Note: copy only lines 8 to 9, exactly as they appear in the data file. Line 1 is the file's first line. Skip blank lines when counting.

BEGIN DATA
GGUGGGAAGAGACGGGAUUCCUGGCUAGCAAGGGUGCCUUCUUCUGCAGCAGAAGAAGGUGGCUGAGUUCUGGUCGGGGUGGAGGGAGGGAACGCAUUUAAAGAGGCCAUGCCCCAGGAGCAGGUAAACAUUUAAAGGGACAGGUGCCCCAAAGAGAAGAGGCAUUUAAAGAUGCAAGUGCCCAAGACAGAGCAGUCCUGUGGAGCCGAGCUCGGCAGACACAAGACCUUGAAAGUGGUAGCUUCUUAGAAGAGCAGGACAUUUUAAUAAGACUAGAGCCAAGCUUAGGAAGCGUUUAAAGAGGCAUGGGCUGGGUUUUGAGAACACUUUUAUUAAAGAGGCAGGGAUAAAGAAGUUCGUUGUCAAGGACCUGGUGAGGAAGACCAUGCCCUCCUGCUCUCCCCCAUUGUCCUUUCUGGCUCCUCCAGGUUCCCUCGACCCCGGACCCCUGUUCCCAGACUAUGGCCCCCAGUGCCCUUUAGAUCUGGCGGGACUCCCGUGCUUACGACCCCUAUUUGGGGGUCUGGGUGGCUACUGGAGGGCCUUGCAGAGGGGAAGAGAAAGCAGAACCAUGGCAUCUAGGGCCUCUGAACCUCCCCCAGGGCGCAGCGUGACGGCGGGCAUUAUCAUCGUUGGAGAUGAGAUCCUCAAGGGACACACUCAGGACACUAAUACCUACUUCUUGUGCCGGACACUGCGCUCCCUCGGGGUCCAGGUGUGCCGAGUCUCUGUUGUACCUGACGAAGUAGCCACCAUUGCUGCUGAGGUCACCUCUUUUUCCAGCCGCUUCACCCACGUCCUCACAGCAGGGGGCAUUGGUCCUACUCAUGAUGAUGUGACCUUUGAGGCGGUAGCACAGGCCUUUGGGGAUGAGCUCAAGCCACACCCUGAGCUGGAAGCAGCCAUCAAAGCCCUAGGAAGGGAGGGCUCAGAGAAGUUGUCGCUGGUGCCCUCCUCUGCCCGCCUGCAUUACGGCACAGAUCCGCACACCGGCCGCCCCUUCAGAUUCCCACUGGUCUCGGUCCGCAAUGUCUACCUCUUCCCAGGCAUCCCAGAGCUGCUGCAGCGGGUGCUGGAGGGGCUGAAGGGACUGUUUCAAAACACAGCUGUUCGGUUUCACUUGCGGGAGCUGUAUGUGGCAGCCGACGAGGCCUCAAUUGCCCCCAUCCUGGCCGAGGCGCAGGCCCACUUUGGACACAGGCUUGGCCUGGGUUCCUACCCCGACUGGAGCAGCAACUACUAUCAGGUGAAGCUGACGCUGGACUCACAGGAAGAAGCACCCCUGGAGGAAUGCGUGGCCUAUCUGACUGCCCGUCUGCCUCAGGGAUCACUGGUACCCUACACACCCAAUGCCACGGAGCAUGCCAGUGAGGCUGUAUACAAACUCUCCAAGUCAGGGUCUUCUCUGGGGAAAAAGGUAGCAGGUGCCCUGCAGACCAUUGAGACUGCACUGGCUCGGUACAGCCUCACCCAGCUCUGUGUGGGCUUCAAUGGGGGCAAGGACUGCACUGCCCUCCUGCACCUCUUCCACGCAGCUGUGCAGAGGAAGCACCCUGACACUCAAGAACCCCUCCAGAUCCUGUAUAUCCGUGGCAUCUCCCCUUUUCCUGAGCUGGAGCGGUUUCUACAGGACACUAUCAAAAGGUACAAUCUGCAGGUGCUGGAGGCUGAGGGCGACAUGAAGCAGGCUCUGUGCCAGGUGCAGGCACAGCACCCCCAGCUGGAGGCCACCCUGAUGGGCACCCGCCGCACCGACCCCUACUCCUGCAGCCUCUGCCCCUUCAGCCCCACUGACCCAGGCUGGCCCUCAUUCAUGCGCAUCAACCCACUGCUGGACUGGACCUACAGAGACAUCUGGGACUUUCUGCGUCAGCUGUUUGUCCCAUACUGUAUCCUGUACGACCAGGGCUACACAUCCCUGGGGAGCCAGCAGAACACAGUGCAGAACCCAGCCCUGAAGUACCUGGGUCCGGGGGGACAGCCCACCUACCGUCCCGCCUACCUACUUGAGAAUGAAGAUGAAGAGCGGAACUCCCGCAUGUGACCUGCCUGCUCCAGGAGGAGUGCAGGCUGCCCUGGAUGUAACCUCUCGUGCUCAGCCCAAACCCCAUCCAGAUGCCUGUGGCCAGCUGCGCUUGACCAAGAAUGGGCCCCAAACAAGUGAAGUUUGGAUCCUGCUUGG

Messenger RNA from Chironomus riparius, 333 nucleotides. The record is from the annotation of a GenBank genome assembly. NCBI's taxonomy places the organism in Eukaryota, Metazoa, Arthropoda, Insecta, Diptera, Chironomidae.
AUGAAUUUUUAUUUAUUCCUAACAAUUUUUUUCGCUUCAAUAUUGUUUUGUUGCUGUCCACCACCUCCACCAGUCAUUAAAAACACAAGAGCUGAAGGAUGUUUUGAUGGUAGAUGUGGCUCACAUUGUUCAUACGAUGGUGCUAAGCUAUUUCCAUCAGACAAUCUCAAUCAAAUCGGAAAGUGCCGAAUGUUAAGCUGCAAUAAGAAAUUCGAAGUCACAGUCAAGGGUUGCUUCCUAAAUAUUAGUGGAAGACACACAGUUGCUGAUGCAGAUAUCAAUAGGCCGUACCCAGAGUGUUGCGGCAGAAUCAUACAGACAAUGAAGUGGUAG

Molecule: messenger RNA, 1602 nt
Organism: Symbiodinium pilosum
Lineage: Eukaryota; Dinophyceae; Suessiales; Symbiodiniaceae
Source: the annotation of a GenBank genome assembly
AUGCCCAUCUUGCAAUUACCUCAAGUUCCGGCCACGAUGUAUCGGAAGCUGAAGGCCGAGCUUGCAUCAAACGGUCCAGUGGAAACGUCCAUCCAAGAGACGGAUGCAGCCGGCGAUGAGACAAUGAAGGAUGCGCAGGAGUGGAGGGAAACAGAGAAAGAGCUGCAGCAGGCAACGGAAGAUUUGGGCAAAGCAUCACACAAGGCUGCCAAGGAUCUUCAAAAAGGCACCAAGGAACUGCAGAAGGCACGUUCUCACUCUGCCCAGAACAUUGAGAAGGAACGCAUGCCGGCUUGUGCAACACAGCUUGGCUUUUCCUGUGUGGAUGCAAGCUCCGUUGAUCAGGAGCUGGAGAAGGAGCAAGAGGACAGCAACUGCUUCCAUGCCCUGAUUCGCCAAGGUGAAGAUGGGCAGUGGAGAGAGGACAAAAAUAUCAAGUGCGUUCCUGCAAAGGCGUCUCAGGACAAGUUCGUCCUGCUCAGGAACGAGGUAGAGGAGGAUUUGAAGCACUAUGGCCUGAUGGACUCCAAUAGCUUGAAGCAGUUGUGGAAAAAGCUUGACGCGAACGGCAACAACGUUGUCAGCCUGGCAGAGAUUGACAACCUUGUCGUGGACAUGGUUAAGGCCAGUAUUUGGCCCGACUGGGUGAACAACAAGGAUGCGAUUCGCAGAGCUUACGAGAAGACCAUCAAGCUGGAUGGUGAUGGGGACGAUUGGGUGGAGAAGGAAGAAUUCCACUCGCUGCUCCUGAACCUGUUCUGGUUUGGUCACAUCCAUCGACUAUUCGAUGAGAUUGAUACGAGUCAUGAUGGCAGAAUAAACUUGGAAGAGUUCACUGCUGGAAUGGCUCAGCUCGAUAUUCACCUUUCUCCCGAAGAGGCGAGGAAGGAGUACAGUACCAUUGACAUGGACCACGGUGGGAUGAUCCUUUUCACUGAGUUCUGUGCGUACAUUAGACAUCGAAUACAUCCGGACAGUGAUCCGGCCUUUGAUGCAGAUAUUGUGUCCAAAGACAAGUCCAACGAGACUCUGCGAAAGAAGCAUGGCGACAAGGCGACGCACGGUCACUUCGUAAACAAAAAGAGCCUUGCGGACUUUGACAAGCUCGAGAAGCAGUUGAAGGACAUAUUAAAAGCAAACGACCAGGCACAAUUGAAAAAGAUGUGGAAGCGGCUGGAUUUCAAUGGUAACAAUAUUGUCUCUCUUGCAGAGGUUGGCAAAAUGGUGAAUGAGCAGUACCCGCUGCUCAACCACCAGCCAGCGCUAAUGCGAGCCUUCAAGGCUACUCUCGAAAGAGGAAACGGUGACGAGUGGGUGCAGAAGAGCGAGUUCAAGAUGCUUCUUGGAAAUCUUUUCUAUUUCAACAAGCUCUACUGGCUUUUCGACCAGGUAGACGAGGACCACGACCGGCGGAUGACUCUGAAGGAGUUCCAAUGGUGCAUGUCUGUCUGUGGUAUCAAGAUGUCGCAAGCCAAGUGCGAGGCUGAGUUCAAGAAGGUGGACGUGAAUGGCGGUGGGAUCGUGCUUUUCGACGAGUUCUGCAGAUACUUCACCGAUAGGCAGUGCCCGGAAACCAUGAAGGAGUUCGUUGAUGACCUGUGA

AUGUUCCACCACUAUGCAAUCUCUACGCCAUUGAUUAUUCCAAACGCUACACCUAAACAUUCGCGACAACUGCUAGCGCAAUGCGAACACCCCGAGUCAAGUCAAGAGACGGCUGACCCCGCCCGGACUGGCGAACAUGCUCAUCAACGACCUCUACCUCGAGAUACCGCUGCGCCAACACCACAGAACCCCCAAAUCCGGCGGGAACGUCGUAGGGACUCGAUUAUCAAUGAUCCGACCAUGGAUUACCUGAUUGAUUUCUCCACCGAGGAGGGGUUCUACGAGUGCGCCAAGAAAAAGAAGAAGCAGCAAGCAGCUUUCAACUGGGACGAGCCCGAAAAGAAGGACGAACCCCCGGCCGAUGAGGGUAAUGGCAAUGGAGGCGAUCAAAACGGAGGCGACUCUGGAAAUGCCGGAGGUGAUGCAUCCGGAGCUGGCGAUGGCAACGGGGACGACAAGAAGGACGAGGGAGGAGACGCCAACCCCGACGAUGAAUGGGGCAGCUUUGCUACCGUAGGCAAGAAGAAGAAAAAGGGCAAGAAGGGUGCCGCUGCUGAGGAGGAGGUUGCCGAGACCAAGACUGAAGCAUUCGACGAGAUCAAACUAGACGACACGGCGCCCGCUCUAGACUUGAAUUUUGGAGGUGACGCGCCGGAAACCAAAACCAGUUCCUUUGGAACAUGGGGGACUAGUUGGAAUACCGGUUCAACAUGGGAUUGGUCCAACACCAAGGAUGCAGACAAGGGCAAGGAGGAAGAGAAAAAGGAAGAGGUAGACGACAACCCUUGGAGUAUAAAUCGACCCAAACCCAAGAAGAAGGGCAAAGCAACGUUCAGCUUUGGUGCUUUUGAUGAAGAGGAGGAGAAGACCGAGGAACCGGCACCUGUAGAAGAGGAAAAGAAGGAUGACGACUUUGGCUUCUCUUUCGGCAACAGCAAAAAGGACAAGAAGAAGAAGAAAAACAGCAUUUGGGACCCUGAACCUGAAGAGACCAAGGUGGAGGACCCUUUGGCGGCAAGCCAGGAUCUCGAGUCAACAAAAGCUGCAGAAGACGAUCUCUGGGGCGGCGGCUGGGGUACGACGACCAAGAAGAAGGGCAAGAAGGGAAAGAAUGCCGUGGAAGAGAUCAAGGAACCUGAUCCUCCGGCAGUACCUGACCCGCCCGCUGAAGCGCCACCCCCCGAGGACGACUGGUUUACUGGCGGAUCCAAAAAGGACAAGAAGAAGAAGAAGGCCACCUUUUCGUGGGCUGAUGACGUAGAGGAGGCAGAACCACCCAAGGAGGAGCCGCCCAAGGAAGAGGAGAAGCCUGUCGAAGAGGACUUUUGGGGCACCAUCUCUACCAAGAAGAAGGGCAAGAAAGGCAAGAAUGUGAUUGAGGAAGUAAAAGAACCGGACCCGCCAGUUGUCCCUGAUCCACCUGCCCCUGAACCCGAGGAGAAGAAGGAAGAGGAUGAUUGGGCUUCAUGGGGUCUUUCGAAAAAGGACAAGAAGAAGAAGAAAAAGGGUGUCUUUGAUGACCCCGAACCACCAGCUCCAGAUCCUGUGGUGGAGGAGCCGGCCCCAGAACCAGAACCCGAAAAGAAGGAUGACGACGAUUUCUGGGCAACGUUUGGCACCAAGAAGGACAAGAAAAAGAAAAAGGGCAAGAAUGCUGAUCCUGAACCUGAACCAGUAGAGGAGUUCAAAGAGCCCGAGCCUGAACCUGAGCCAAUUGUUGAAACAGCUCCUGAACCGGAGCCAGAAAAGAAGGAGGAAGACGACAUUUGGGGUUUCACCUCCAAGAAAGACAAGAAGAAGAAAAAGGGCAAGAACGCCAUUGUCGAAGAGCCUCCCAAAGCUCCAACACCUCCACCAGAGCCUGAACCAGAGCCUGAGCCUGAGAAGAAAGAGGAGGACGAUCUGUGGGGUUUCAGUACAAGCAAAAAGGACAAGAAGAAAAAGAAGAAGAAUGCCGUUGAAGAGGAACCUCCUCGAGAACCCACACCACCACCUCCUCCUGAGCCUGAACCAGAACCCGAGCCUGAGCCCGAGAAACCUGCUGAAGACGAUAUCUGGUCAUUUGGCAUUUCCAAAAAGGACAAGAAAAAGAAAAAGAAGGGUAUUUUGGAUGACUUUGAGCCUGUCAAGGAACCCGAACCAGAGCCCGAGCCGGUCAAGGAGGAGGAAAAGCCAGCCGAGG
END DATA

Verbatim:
AUGCCCAUCUUGCAAUUACCUCAAGUUCCGGCCACGAUGUAUCGGAAGCUGAAGGCCGAGCUUGCAUCAAACGGUCCAGUGGAAACGUCCAUCCAAGAGACGGAUGCAGCCGGCGAUGAGACAAUGAAGGAUGCGCAGGAGUGGAGGGAAACAGAGAAAGAGCUGCAGCAGGCAACGGAAGAUUUGGGCAAAGCAUCACACAAGGCUGCCAAGGAUCUUCAAAAAGGCACCAAGGAACUGCAGAAGGCACGUUCUCACUCUGCCCAGAACAUUGAGAAGGAACGCAUGCCGGCUUGUGCAACACAGCUUGGCUUUUCCUGUGUGGAUGCAAGCUCCGUUGAUCAGGAGCUGGAGAAGGAGCAAGAGGACAGCAACUGCUUCCAUGCCCUGAUUCGCCAAGGUGAAGAUGGGCAGUGGAGAGAGGACAAAAAUAUCAAGUGCGUUCCUGCAAAGGCGUCUCAGGACAAGUUCGUCCUGCUCAGGAACGAGGUAGAGGAGGAUUUGAAGCACUAUGGCCUGAUGGACUCCAAUAGCUUGAAGCAGUUGUGGAAAAAGCUUGACGCGAACGGCAACAACGUUGUCAGCCUGGCAGAGAUUGACAACCUUGUCGUGGACAUGGUUAAGGCCAGUAUUUGGCCCGACUGGGUGAACAACAAGGAUGCGAUUCGCAGAGCUUACGAGAAGACCAUCAAGCUGGAUGGUGAUGGGGACGAUUGGGUGGAGAAGGAAGAAUUCCACUCGCUGCUCCUGAACCUGUUCUGGUUUGGUCACAUCCAUCGACUAUUCGAUGAGAUUGAUACGAGUCAUGAUGGCAGAAUAAACUUGGAAGAGUUCACUGCUGGAAUGGCUCAGCUCGAUAUUCACCUUUCUCCCGAAGAGGCGAGGAAGGAGUACAGUACCAUUGACAUGGACCACGGUGGGAUGAUCCUUUUCACUGAGUUCUGUGCGUACAUUAGACAUCGAAUACAUCCGGACAGUGAUCCGGCCUUUGAUGCAGAUAUUGUGUCCAAAGACAAGUCCAACGAGACUCUGCGAAAGAAGCAUGGCGACAAGGCGACGCACGGUCACUUCGUAAACAAAAAGAGCCUUGCGGACUUUGACAAGCUCGAGAAGCAGUUGAAGGACAUAUUAAAAGCAAACGACCAGGCACAAUUGAAAAAGAUGUGGAAGCGGCUGGAUUUCAAUGGUAACAAUAUUGUCUCUCUUGCAGAGGUUGGCAAAAUGGUGAAUGAGCAGUACCCGCUGCUCAACCACCAGCCAGCGCUAAUGCGAGCCUUCAAGGCUACUCUCGAAAGAGGAAACGGUGACGAGUGGGUGCAGAAGAGCGAGUUCAAGAUGCUUCUUGGAAAUCUUUUCUAUUUCAACAAGCUCUACUGGCUUUUCGACCAGGUAGACGAGGACCACGACCGGCGGAUGACUCUGAAGGAGUUCCAAUGGUGCAUGUCUGUCUGUGGUAUCAAGAUGUCGCAAGCCAAGUGCGAGGCUGAGUUCAAGAAGGUGGACGUGAAUGGCGGUGGGAUCGUGCUUUUCGACGAGUUCUGCAGAUACUUCACCGAUAGGCAGUGCCCGGAAACCAUGAAGGAGUUCGUUGAUGACCUGUGA

AUGUUCCACCACUAUGCAAUCUCUACGCCAUUGAUUAUUCCAAACGCUACACCUAAACAUUCGCGACAACUGCUAGCGCAAUGCGAACACCCCGAGUCAAGUCAAGAGACGGCUGACCCCGCCCGGACUGGCGAACAUGCUCAUCAACGACCUCUACCUCGAGAUACCGCUGCGCCAACACCACAGAACCCCCAAAUCCGGCGGGAACGUCGUAGGGACUCGAUUAUCAAUGAUCCGACCAUGGAUUACCUGAUUGAUUUCUCCACCGAGGAGGGGUUCUACGAGUGCGCCAAGAAAAAGAAGAAGCAGCAAGCAGCUUUCAACUGGGACGAGCCCGAAAAGAAGGACGAACCCCCGGCCGAUGAGGGUAAUGGCAAUGGAGGCGAUCAAAACGGAGGCGACUCUGGAAAUGCCGGAGGUGAUGCAUCCGGAGCUGGCGAUGGCAACGGGGACGACAAGAAGGACGAGGGAGGAGACGCCAACCCCGACGAUGAAUGGGGCAGCUUUGCUACCGUAGGCAAGAAGAAGAAAAAGGGCAAGAAGGGUGCCGCUGCUGAGGAGGAGGUUGCCGAGACCAAGACUGAAGCAUUCGACGAGAUCAAACUAGACGACACGGCGCCCGCUCUAGACUUGAAUUUUGGAGGUGACGCGCCGGAAACCAAAACCAGUUCCUUUGGAACAUGGGGGACUAGUUGGAAUACCGGUUCAACAUGGGAUUGGUCCAACACCAAGGAUGCAGACAAGGGCAAGGAGGAAGAGAAAAAGGAAGAGGUAGACGACAACCCUUGGAGUAUAAAUCGACCCAAACCCAAGAAGAAGGGCAAAGCAACGUUCAGCUUUGGUGCUUUUGAUGAAGAGGAGGAGAAGACCGAGGAACCGGCACCUGUAGAAGAGGAAAAGAAGGAUGACGACUUUGGCUUCUCUUUCGGCAACAGCAAAAAGGACAAGAAGAAGAAGAAAAACAGCAUUUGGGACCCUGAACCUGAAGAGACCAAGGUGGAGGACCCUUUGGCGGCAAGCCAGGAUCUCGAGUCAACAAAAGCUGCAGAAGACGAUCUCUGGGGCGGCGGCUGGGGUACGACGACCAAGAAGAAGGGCAAGAAGGGAAAGAAUGCCGUGGAAGAGAUCAAGGAACCUGAUCCUCCGGCAGUACCUGACCCGCCCGCUGAAGCGCCACCCCCCGAGGACGACUGGUUUACUGGCGGAUCCAAAAAGGACAAGAAGAAGAAGAAGGCCACCUUUUCGUGGGCUGAUGACGUAGAGGAGGCAGAACCACCCAAGGAGGAGCCGCCCAAGGAAGAGGAGAAGCCUGUCGAAGAGGACUUUUGGGGCACCAUCUCUACCAAGAAGAAGGGCAAGAAAGGCAAGAAUGUGAUUGAGGAAGUAAAAGAACCGGACCCGCCAGUUGUCCCUGAUCCACCUGCCCCUGAACCCGAGGAGAAGAAGGAAGAGGAUGAUUGGGCUUCAUGGGGUCUUUCGAAAAAGGACAAGAAGAAGAAGAAAAAGGGUGUCUUUGAUGACCCCGAACCACCAGCUCCAGAUCCUGUGGUGGAGGAGCCGGCCCCAGAACCAGAACCCGAAAAGAAGGAUGACGACGAUUUCUGGGCAACGUUUGGCACCAAGAAGGACAAGAAAAAGAAAAAGGGCAAGAAUGCUGAUCCUGAACCUGAACCAGUAGAGGAGUUCAAAGAGCCCGAGCCUGAACCUGAGCCAAUUGUUGAAACAGCUCCUGAACCGGAGCCAGAAAAGAAGGAGGAAGACGACAUUUGGGGUUUCACCUCCAAGAAAGACAAGAAGAAGAAAAAGGGCAAGAACGCCAUUGUCGAAGAGCCUCCCAAAGCUCCAACACCUCCACCAGAGCCUGAACCAGAGCCUGAGCCUGAGAAGAAAGAGGAGGACGAUCUGUGGGGUUUCAGUACAAGCAAAAAGGACAAGAAGAAAAAGAAGAAGAAUGCCGUUGAAGAGGAACCUCCUCGAGAACCCACACCACCACCUCCUCCUGAGCCUGAACCAGAACCCGAGCCUGAGCCCGAGAAACCUGCUGAAGACGAUAUCUGGUCAUUUGGCAUUUCCAAAAAGGACAAGAAAAAGAAAAAGAAGGGUAUUUUGGAUGACUUUGAGCCUGUCAAGGAACCCGAACCAGAGCCCGAGCCGGUCAAGGAGGAGGAAAAGCCAGCCGAGG